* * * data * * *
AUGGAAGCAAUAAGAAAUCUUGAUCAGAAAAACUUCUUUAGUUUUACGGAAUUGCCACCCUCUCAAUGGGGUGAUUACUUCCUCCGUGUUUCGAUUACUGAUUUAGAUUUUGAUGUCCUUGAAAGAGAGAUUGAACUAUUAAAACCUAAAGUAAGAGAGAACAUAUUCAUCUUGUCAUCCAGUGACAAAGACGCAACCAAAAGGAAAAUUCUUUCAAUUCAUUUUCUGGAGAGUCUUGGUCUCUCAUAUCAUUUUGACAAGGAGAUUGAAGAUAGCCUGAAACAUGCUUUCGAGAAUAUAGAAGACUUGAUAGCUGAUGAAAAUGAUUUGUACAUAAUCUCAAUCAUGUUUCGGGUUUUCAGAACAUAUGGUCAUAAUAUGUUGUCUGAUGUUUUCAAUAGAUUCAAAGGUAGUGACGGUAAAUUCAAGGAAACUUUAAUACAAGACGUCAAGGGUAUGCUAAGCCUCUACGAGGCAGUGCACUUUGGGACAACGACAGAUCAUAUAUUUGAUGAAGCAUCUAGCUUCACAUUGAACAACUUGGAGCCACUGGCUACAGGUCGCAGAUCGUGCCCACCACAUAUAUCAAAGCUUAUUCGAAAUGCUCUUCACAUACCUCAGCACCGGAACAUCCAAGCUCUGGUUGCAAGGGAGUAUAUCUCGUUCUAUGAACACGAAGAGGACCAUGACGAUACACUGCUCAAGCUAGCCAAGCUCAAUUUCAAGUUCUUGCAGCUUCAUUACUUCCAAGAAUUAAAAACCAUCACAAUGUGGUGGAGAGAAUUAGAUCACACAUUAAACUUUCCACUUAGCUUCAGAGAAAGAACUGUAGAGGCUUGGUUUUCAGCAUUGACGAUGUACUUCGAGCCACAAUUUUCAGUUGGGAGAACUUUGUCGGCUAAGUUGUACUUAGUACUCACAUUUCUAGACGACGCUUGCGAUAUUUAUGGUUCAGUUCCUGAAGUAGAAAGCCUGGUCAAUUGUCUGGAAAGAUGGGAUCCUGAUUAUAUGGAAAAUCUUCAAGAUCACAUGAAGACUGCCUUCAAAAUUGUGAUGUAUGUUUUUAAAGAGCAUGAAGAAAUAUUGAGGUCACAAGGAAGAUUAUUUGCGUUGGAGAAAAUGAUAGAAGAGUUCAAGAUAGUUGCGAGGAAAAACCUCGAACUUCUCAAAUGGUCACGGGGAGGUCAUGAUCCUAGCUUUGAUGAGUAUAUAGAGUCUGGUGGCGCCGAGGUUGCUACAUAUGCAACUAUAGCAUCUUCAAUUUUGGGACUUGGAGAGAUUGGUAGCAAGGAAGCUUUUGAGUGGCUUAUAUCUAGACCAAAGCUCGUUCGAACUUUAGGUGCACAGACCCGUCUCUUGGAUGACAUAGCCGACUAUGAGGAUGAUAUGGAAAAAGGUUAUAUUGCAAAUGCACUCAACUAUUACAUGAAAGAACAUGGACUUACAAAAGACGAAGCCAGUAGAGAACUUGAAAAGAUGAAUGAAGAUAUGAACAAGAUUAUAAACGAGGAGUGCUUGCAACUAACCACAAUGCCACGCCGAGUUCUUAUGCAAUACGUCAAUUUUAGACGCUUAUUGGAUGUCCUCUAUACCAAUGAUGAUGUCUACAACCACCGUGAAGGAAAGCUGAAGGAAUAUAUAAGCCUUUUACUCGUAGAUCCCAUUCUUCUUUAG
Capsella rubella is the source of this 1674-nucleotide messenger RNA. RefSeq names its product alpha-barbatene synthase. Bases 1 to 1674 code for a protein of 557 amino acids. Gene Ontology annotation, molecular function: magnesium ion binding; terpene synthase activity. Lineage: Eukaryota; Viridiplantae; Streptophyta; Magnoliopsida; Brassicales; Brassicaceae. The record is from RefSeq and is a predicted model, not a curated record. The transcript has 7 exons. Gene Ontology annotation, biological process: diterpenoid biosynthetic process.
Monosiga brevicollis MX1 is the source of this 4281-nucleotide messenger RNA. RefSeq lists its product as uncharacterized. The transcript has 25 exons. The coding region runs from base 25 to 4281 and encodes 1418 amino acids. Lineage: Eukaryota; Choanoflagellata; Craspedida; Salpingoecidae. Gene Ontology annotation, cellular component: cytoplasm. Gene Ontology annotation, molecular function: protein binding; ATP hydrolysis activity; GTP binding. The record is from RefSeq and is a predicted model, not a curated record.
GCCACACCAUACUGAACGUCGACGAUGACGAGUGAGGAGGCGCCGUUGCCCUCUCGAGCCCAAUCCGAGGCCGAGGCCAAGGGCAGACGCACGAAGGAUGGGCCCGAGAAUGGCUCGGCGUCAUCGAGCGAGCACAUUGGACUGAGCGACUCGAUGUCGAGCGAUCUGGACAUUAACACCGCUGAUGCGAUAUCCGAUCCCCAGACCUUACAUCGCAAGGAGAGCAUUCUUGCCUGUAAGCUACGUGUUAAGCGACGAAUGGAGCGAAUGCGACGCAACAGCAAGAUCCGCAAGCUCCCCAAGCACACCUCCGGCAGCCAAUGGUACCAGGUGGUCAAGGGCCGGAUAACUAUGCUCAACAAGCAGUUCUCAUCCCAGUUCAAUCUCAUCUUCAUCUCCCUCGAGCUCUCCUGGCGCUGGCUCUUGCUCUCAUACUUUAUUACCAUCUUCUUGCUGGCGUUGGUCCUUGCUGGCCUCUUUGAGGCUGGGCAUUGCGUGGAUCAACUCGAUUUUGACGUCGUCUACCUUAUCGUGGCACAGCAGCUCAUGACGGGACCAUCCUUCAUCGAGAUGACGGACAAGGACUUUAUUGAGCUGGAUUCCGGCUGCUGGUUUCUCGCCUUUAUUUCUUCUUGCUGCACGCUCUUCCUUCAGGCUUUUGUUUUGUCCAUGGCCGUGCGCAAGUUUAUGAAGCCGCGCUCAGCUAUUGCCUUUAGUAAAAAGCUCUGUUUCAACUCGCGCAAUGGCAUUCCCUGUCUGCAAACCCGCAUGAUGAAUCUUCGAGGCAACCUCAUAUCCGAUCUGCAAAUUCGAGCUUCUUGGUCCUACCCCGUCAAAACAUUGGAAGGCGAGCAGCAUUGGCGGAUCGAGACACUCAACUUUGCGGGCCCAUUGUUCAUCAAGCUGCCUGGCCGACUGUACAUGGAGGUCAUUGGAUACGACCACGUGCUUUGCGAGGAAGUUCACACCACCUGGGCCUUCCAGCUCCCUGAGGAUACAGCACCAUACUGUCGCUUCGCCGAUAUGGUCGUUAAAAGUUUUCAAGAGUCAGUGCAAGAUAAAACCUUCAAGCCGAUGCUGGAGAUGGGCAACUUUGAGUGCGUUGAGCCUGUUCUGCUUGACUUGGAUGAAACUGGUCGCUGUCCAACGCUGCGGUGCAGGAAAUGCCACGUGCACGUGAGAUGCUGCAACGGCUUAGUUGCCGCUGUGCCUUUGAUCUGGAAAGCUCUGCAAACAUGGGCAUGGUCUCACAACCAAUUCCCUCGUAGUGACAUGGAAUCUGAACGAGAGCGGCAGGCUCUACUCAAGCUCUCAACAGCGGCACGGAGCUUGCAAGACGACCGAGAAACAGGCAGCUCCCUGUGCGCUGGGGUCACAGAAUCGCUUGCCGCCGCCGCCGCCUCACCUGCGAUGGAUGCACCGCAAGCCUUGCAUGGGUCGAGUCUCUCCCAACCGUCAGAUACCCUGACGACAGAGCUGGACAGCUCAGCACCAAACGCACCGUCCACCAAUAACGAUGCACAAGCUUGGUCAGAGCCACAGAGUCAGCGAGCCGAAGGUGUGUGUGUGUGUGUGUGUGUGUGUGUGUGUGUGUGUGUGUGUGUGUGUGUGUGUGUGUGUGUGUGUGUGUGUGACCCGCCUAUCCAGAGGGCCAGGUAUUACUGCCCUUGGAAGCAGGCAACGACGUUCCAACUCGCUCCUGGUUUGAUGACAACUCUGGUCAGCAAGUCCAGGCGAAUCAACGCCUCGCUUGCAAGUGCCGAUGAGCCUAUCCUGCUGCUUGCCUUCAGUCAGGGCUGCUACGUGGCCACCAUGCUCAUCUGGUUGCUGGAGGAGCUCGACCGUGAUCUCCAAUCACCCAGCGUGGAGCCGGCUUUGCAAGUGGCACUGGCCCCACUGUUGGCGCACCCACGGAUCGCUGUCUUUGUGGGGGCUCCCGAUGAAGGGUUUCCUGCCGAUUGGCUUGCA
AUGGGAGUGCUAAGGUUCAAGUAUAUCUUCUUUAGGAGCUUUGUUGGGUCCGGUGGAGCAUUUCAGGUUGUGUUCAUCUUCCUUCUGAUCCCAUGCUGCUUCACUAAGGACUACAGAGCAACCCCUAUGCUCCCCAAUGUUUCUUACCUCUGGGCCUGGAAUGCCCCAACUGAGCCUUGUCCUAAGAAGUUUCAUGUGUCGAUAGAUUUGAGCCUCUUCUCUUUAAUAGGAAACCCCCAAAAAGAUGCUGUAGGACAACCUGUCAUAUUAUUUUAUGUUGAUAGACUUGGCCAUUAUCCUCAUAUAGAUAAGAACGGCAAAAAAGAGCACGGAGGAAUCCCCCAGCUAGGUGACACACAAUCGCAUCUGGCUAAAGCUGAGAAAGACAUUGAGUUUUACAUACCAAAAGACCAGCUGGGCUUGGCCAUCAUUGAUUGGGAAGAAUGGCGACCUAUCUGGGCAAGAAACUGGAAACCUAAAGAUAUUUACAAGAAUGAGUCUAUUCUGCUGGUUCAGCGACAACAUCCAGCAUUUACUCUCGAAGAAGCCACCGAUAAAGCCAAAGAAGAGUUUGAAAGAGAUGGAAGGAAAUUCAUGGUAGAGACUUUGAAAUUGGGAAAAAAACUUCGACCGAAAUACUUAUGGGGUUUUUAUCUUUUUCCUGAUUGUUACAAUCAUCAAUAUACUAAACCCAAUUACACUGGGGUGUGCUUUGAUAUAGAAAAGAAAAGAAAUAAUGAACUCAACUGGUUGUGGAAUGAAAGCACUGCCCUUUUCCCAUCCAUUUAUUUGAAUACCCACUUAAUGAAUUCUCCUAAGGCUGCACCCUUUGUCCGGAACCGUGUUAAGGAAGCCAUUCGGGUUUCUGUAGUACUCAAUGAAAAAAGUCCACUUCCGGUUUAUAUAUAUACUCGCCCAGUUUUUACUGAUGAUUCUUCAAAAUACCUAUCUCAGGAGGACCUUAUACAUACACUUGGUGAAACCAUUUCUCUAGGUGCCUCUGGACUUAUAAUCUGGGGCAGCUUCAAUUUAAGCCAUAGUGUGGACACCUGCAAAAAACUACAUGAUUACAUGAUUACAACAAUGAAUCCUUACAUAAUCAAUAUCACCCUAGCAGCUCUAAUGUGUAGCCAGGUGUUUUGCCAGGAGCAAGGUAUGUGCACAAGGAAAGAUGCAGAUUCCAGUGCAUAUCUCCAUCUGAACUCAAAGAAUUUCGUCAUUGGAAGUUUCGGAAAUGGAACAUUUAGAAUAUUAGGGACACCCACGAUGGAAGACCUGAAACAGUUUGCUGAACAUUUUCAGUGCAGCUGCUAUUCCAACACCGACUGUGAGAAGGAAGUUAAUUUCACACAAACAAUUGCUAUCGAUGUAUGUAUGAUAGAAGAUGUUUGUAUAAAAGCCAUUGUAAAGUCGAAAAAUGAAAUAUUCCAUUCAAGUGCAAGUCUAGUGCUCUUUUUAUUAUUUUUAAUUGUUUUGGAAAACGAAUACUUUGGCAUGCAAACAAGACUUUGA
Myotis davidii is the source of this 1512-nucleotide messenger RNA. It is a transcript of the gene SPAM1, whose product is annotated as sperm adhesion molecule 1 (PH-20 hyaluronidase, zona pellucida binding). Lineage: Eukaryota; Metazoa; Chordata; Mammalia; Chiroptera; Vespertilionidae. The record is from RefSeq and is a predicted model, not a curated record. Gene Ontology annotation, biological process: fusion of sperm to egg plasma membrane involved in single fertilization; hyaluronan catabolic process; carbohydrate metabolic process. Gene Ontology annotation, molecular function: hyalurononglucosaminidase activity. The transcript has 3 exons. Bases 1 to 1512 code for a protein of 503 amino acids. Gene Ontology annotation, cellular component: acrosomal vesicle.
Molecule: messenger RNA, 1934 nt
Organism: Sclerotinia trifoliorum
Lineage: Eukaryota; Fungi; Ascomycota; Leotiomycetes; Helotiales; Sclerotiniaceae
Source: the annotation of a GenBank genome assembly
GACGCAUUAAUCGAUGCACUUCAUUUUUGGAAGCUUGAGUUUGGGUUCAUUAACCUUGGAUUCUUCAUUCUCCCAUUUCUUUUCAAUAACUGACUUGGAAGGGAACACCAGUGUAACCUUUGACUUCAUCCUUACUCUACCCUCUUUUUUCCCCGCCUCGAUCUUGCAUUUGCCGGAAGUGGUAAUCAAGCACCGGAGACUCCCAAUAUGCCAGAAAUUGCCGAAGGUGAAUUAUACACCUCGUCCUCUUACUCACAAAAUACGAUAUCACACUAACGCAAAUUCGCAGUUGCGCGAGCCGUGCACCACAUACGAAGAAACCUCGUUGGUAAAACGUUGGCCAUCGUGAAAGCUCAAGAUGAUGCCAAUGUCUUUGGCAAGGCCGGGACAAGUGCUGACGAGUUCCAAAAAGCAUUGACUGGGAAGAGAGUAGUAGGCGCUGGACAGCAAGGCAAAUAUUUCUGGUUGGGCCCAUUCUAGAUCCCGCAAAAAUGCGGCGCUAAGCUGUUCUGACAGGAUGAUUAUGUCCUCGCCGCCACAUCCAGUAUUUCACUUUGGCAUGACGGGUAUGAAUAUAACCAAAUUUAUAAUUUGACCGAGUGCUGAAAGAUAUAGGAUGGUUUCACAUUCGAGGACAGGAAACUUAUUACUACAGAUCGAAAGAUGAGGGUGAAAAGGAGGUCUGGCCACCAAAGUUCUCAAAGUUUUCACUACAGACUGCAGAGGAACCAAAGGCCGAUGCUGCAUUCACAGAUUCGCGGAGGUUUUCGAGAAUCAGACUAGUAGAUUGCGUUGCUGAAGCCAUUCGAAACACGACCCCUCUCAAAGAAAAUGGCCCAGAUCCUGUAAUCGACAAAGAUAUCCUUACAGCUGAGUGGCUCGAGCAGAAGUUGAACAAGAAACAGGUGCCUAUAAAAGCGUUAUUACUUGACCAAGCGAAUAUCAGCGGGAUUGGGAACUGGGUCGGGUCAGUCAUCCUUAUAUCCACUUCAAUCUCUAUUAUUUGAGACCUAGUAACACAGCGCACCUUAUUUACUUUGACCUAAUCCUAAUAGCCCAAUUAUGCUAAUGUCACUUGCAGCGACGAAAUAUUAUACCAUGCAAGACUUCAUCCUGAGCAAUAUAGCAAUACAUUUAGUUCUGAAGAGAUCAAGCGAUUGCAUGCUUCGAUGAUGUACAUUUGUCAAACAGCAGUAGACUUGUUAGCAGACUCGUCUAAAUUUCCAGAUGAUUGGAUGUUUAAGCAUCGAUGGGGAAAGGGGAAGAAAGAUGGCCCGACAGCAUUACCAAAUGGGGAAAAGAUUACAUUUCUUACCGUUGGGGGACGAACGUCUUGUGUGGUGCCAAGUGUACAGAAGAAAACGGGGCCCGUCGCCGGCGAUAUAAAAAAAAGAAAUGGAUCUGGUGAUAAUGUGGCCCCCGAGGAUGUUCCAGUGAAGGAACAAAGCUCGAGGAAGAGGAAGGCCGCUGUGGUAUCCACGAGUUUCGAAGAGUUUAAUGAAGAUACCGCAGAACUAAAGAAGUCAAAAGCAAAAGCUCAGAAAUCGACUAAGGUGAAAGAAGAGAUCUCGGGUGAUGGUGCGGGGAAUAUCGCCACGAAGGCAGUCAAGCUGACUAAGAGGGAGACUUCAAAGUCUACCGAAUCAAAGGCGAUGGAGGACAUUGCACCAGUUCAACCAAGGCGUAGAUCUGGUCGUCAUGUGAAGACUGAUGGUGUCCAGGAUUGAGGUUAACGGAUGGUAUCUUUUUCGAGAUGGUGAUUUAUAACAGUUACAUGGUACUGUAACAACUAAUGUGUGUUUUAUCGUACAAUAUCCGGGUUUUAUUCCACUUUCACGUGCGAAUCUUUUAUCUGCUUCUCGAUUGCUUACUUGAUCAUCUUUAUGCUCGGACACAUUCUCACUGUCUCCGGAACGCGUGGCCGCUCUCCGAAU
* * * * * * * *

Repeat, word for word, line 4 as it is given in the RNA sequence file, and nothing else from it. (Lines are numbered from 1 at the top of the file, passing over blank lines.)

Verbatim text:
GCCACACCAUACUGAACGUCGACGAUGACGAGUGAGGAGGCGCCGUUGCCCUCUCGAGCCCAAUCCGAGGCCGAGGCCAAGGGCAGACGCACGAAGGAUGGGCCCGAGAAUGGCUCGGCGUCAUCGAGCGAGCACAUUGGACUGAGCGACUCGAUGUCGAGCGAUCUGGACAUUAACACCGCUGAUGCGAUAUCCGAUCCCCAGACCUUACAUCGCAAGGAGAGCAUUCUUGCCUGUAAGCUACGUGUUAAGCGACGAAUGGAGCGAAUGCGACGCAACAGCAAGAUCCGCAAGCUCCCCAAGCACACCUCCGGCAGCCAAUGGUACCAGGUGGUCAAGGGCCGGAUAACUAUGCUCAACAAGCAGUUCUCAUCCCAGUUCAAUCUCAUCUUCAUCUCCCUCGAGCUCUCCUGGCGCUGGCUCUUGCUCUCAUACUUUAUUACCAUCUUCUUGCUGGCGUUGGUCCUUGCUGGCCUCUUUGAGGCUGGGCAUUGCGUGGAUCAACUCGAUUUUGACGUCGUCUACCUUAUCGUGGCACAGCAGCUCAUGACGGGACCAUCCUUCAUCGAGAUGACGGACAAGGACUUUAUUGAGCUGGAUUCCGGCUGCUGGUUUCUCGCCUUUAUUUCUUCUUGCUGCACGCUCUUCCUUCAGGCUUUUGUUUUGUCCAUGGCCGUGCGCAAGUUUAUGAAGCCGCGCUCAGCUAUUGCCUUUAGUAAAAAGCUCUGUUUCAACUCGCGCAAUGGCAUUCCCUGUCUGCAAACCCGCAUGAUGAAUCUUCGAGGCAACCUCAUAUCCGAUCUGCAAAUUCGAGCUUCUUGGUCCUACCCCGUCAAAACAUUGGAAGGCGAGCAGCAUUGGCGGAUCGAGACACUCAACUUUGCGGGCCCAUUGUUCAUCAAGCUGCCUGGCCGACUGUACAUGGAGGUCAUUGGAUACGACCACGUGCUUUGCGAGGAAGUUCACACCACCUGGGCCUUCCAGCUCCCUGAGGAUACAGCACCAUACUGUCGCUUCGCCGAUAUGGUCGUUAAAAGUUUUCAAGAGUCAGUGCAAGAUAAAACCUUCAAGCCGAUGCUGGAGAUGGGCAACUUUGAGUGCGUUGAGCCUGUUCUGCUUGACUUGGAUGAAACUGGUCGCUGUCCAACGCUGCGGUGCAGGAAAUGCCACGUGCACGUGAGAUGCUGCAACGGCUUAGUUGCCGCUGUGCCUUUGAUCUGGAAAGCUCUGCAAACAUGGGCAUGGUCUCACAACCAAUUCCCUCGUAGUGACAUGGAAUCUGAACGAGAGCGGCAGGCUCUACUCAAGCUCUCAACAGCGGCACGGAGCUUGCAAGACGACCGAGAAACAGGCAGCUCCCUGUGCGCUGGGGUCACAGAAUCGCUUGCCGCCGCCGCCGCCUCACCUGCGAUGGAUGCACCGCAAGCCUUGCAUGGGUCGAGUCUCUCCCAACCGUCAGAUACCCUGACGACAGAGCUGGACAGCUCAGCACCAAACGCACCGUCCACCAAUAACGAUGCACAAGCUUGGUCAGAGCCACAGAGUCAGCGAGCCGAAGGUGUGUGUGUGUGUGUGUGUGUGUGUGUGUGUGUGUGUGUGUGUGUGUGUGUGUGUGUGUGUGUGUGUGUGUGUGACCCGCCUAUCCAGAGGGCCAGGUAUUACUGCCCUUGGAAGCAGGCAACGACGUUCCAACUCGCUCCUGGUUUGAUGACAACUCUGGUCAGCAAGUCCAGGCGAAUCAACGCCUCGCUUGCAAGUGCCGAUGAGCCUAUCCUGCUGCUUGCCUUCAGUCAGGGCUGCUACGUGGCCACCAUGCUCAUCUGGUUGCUGGAGGAGCUCGACCGUGAUCUCCAAUCACCCAGCGUGGAGCCGGCUUUGCAAGUGGCACUGGCCCCACUGUUGGCGCACCCACGGAUCGCUGUCUUUGUGGGGGCUCCCGAUGAAGGGUUUCCUGCCGAUUGGCUUGCA